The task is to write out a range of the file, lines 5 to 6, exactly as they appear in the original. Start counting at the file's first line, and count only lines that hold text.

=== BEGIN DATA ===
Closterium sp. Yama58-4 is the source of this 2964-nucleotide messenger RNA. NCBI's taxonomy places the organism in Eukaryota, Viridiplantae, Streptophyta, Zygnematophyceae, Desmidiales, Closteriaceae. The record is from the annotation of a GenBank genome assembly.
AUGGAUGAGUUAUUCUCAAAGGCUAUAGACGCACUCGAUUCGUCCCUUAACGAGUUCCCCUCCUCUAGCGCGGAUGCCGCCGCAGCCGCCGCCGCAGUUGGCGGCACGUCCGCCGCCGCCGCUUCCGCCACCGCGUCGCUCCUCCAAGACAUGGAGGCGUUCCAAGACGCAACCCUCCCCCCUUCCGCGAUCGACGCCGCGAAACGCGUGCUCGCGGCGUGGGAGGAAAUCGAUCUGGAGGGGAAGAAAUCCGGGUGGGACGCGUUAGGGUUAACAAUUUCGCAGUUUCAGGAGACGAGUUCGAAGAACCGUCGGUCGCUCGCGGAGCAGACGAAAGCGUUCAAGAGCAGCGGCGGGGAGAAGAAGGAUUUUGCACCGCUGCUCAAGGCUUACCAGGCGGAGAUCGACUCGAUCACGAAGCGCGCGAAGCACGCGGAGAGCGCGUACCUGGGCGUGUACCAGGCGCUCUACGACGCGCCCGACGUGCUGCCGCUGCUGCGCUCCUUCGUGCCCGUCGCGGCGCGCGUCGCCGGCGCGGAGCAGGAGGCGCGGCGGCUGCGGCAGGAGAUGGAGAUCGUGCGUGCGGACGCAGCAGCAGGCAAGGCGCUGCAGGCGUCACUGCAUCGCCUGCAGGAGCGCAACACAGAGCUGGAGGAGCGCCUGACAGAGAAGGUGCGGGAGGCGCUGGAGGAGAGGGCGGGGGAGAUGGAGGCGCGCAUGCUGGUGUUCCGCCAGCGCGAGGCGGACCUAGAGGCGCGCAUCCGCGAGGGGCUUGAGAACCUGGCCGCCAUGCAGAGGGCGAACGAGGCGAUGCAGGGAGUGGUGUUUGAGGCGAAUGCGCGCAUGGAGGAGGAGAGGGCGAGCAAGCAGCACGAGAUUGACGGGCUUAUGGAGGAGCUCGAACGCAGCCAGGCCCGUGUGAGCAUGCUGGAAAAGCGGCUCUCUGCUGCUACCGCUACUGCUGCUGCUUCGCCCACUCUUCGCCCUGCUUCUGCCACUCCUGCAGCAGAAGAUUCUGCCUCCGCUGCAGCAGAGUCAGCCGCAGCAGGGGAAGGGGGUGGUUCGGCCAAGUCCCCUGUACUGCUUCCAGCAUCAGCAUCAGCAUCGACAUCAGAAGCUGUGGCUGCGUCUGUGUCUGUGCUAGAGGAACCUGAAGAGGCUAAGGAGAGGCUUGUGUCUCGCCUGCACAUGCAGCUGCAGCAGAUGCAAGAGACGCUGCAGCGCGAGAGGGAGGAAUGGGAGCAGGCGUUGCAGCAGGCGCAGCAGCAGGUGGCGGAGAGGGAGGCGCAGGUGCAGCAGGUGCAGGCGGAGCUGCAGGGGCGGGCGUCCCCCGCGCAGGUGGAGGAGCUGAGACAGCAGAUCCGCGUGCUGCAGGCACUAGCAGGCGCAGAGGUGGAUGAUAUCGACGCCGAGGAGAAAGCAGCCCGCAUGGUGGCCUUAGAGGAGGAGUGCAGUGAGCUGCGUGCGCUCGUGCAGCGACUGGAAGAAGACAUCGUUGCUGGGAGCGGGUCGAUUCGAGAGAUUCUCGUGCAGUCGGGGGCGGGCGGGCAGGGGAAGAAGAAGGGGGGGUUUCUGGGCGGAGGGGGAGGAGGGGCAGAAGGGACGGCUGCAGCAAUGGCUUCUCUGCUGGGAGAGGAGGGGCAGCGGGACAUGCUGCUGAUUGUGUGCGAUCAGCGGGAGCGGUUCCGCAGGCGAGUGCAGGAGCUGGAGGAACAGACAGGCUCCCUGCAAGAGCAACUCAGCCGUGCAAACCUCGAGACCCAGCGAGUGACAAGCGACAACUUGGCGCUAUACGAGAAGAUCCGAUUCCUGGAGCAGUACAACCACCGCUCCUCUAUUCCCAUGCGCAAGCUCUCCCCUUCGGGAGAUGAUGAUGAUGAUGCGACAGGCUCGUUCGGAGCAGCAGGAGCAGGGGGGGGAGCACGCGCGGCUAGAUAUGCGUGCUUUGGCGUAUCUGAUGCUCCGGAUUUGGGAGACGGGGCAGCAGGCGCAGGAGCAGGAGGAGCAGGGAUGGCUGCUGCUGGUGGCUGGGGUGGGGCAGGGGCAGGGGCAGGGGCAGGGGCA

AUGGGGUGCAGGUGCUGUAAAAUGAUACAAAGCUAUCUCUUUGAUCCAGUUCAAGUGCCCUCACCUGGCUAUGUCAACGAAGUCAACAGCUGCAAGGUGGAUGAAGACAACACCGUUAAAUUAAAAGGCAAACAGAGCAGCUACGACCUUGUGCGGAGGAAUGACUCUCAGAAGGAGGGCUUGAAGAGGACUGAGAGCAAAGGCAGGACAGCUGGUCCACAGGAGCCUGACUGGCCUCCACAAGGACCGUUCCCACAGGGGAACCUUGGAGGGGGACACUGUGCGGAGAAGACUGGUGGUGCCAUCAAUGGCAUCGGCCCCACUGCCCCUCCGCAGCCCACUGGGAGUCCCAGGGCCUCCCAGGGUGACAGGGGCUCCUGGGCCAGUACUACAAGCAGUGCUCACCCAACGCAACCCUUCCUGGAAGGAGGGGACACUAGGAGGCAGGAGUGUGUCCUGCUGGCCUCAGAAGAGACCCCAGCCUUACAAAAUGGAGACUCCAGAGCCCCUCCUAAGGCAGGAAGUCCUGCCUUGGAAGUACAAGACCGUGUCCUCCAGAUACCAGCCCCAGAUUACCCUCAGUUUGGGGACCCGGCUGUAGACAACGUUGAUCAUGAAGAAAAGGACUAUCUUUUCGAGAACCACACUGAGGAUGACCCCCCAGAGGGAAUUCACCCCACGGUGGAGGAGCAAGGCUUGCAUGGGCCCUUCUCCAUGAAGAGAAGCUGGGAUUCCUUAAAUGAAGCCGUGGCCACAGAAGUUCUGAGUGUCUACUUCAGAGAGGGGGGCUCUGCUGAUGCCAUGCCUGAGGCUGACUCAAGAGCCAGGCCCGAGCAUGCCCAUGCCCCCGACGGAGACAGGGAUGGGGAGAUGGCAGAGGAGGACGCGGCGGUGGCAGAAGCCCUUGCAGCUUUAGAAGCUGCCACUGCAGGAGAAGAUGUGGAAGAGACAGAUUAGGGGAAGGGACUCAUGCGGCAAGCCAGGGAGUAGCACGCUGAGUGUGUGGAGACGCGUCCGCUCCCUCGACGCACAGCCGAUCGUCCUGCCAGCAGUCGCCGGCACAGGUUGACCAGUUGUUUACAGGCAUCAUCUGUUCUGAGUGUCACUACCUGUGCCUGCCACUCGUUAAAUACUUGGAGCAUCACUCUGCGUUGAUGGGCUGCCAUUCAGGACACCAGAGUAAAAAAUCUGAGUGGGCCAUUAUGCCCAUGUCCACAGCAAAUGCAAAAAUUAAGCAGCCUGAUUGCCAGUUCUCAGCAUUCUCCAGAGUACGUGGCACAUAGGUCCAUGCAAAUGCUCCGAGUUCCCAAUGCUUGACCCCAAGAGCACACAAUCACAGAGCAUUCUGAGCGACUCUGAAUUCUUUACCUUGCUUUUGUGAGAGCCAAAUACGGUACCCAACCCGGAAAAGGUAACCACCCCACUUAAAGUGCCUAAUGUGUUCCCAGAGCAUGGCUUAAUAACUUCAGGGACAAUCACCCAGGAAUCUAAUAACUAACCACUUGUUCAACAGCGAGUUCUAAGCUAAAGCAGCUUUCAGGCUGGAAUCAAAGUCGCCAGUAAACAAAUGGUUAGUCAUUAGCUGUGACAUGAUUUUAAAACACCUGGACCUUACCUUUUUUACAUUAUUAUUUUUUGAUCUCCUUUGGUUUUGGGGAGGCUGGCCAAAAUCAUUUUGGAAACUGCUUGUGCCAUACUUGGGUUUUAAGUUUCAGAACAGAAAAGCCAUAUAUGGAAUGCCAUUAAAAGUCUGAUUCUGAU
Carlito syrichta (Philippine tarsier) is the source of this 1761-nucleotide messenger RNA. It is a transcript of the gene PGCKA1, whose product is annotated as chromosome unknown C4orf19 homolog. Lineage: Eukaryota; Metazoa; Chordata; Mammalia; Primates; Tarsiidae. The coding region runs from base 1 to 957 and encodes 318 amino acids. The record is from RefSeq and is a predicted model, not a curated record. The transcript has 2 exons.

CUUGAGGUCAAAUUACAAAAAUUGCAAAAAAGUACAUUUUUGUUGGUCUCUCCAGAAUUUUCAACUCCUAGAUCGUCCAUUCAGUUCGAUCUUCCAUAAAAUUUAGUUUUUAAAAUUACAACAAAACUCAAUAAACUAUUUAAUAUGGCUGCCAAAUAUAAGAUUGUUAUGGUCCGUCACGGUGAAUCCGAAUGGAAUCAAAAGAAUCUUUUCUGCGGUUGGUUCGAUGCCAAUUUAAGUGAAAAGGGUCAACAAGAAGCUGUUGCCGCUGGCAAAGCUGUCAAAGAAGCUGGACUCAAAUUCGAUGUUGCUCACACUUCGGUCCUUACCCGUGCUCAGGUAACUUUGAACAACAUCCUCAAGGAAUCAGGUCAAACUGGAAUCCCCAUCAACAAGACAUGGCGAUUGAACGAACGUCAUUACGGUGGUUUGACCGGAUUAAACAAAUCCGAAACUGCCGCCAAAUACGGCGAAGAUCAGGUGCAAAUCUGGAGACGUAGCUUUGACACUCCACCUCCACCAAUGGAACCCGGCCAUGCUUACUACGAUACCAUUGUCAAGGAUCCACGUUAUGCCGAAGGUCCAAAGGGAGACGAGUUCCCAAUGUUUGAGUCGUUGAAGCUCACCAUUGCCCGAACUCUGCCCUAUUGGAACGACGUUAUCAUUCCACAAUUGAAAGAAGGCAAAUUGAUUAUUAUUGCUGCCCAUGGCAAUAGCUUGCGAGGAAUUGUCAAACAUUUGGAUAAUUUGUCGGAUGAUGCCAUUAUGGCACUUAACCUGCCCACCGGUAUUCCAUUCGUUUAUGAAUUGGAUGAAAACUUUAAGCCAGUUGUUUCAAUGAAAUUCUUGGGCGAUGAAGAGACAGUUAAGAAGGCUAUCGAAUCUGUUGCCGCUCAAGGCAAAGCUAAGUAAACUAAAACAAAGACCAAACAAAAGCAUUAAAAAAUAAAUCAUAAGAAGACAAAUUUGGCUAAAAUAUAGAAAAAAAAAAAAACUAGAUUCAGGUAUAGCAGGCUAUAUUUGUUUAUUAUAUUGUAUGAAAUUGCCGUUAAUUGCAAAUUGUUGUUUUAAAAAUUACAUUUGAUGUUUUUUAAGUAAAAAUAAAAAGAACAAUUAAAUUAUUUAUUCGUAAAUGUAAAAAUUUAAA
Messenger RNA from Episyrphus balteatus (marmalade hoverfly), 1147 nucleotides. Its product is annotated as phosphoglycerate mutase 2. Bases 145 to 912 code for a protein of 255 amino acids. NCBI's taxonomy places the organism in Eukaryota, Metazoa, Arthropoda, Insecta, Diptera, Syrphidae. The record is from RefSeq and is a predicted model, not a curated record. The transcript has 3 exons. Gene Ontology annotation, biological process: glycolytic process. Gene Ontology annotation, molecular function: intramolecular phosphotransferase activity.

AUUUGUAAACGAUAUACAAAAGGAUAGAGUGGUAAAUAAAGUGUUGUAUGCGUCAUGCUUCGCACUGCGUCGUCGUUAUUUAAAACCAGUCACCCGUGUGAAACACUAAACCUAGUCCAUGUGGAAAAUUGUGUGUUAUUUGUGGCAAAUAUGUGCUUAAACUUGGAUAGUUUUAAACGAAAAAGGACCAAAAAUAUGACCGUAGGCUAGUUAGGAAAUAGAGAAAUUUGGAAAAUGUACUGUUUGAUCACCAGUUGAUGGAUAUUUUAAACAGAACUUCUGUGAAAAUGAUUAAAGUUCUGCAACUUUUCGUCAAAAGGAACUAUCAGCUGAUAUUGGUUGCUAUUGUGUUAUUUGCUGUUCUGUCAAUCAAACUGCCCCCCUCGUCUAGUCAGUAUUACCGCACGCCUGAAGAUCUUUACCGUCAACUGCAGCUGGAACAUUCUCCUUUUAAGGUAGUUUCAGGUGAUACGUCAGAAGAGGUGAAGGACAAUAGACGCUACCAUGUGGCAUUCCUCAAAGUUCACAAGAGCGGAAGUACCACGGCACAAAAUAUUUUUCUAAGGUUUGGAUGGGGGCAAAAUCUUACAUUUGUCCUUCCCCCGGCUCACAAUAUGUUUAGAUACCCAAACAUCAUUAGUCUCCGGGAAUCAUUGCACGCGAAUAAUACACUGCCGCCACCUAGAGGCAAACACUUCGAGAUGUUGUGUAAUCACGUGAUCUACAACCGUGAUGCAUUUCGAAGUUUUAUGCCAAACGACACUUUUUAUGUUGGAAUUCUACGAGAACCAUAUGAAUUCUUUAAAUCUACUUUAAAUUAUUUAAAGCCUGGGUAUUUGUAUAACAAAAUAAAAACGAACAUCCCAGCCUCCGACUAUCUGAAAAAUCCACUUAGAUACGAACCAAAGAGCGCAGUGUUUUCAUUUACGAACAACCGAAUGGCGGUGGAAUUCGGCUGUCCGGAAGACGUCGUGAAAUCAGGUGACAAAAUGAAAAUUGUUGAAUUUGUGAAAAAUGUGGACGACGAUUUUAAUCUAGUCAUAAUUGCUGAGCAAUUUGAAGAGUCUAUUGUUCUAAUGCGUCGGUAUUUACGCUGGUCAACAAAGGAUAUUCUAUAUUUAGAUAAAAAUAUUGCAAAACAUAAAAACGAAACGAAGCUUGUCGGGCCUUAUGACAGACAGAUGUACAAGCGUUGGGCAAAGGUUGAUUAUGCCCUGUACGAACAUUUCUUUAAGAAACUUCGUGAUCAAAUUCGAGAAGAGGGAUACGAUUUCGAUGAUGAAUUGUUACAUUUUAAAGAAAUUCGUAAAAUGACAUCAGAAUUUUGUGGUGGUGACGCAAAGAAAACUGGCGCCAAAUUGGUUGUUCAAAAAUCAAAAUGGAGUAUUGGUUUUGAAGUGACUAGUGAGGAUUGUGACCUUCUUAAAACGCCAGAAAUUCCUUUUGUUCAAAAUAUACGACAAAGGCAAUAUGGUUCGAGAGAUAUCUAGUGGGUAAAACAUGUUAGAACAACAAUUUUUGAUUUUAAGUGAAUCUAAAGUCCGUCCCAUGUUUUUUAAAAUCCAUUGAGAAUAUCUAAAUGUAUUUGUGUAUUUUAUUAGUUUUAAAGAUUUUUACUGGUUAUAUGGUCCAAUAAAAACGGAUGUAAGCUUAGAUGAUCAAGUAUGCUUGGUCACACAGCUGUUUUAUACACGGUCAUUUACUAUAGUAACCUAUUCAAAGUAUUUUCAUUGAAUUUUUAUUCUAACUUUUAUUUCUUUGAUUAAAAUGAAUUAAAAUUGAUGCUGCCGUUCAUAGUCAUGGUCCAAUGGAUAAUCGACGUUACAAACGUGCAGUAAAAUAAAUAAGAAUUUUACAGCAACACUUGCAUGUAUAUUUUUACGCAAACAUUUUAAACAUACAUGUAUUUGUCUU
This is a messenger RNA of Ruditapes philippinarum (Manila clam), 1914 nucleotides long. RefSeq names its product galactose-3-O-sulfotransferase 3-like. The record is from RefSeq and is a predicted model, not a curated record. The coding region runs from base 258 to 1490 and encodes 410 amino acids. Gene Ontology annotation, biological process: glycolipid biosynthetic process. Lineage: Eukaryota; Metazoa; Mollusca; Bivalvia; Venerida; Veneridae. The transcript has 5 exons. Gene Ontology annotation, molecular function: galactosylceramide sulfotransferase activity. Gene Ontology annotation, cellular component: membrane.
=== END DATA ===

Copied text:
CUUGAGGUCAAAUUACAAAAAUUGCAAAAAAGUACAUUUUUGUUGGUCUCUCCAGAAUUUUCAACUCCUAGAUCGUCCAUUCAGUUCGAUCUUCCAUAAAAUUUAGUUUUUAAAAUUACAACAAAACUCAAUAAACUAUUUAAUAUGGCUGCCAAAUAUAAGAUUGUUAUGGUCCGUCACGGUGAAUCCGAAUGGAAUCAAAAGAAUCUUUUCUGCGGUUGGUUCGAUGCCAAUUUAAGUGAAAAGGGUCAACAAGAAGCUGUUGCCGCUGGCAAAGCUGUCAAAGAAGCUGGACUCAAAUUCGAUGUUGCUCACACUUCGGUCCUUACCCGUGCUCAGGUAACUUUGAACAACAUCCUCAAGGAAUCAGGUCAAACUGGAAUCCCCAUCAACAAGACAUGGCGAUUGAACGAACGUCAUUACGGUGGUUUGACCGGAUUAAACAAAUCCGAAACUGCCGCCAAAUACGGCGAAGAUCAGGUGCAAAUCUGGAGACGUAGCUUUGACACUCCACCUCCACCAAUGGAACCCGGCCAUGCUUACUACGAUACCAUUGUCAAGGAUCCACGUUAUGCCGAAGGUCCAAAGGGAGACGAGUUCCCAAUGUUUGAGUCGUUGAAGCUCACCAUUGCCCGAACUCUGCCCUAUUGGAACGACGUUAUCAUUCCACAAUUGAAAGAAGGCAAAUUGAUUAUUAUUGCUGCCCAUGGCAAUAGCUUGCGAGGAAUUGUCAAACAUUUGGAUAAUUUGUCGGAUGAUGCCAUUAUGGCACUUAACCUGCCCACCGGUAUUCCAUUCGUUUAUGAAUUGGAUGAAAACUUUAAGCCAGUUGUUUCAAUGAAAUUCUUGGGCGAUGAAGAGACAGUUAAGAAGGCUAUCGAAUCUGUUGCCGCUCAAGGCAAAGCUAAGUAAACUAAAACAAAGACCAAACAAAAGCAUUAAAAAAUAAAUCAUAAGAAGACAAAUUUGGCUAAAAUAUAGAAAAAAAAAAAAACUAGAUUCAGGUAUAGCAGGCUAUAUUUGUUUAUUAUAUUGUAUGAAAUUGCCGUUAAUUGCAAAUUGUUGUUUUAAAAAUUACAUUUGAUGUUUUUUAAGUAAAAAUAAAAAGAACAAUUAAAUUAUUUAUUCGUAAAUGUAAAAAUUUAAA
Messenger RNA from Episyrphus balteatus (marmalade hoverfly), 1147 nucleotides. Its product is annotated as phosphoglycerate mutase 2. Bases 145 to 912 code for a protein of 255 amino acids. NCBI's taxonomy places the organism in Eukaryota, Metazoa, Arthropoda, Insecta, Diptera, Syrphidae. The record is from RefSeq and is a predicted model, not a curated record. The transcript has 3 exons. Gene Ontology annotation, biological process: glycolytic process. Gene Ontology annotation, molecular function: intramolecular phosphotransferase activity.